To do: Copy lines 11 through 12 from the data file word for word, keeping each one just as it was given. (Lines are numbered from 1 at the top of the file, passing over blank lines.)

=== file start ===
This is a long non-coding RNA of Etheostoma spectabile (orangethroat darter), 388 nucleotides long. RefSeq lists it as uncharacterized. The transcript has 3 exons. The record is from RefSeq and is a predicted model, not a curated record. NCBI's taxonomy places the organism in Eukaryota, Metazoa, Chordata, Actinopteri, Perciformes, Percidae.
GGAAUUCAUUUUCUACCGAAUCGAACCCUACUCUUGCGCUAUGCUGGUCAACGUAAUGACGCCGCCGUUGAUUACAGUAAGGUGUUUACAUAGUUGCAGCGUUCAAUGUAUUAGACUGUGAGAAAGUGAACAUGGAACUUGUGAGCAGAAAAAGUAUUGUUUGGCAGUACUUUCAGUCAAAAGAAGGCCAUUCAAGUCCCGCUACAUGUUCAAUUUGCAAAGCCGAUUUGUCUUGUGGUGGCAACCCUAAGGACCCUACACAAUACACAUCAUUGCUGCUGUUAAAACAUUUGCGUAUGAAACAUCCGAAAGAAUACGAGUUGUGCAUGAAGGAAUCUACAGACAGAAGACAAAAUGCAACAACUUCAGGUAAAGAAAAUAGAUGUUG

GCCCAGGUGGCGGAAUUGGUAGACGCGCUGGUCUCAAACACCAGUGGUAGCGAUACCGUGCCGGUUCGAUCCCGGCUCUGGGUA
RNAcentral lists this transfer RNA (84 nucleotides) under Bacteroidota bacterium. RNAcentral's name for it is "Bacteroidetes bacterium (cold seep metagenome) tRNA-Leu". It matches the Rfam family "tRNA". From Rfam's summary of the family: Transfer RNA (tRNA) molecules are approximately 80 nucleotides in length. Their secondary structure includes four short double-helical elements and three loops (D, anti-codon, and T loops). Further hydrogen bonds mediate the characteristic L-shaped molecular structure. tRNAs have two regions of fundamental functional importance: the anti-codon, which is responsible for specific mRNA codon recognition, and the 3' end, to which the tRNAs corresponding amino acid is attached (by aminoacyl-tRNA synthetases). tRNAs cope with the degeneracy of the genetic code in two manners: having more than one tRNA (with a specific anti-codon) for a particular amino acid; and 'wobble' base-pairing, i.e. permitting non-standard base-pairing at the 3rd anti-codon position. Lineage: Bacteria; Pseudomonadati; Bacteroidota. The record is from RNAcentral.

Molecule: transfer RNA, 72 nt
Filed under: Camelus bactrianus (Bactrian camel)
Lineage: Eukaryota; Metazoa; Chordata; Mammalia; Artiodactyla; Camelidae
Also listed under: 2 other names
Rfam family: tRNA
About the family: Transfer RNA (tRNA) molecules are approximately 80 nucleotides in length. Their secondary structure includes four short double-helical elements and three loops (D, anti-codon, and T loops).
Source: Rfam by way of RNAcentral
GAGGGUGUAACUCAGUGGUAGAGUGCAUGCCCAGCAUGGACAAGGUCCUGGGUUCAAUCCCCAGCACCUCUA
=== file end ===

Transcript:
Source: Rfam by way of RNAcentral
GAGGGUGUAACUCAGUGGUAGAGUGCAUGCCCAGCAUGGACAAGGUCCUGGGUUCAAUCCCCAGCACCUCUA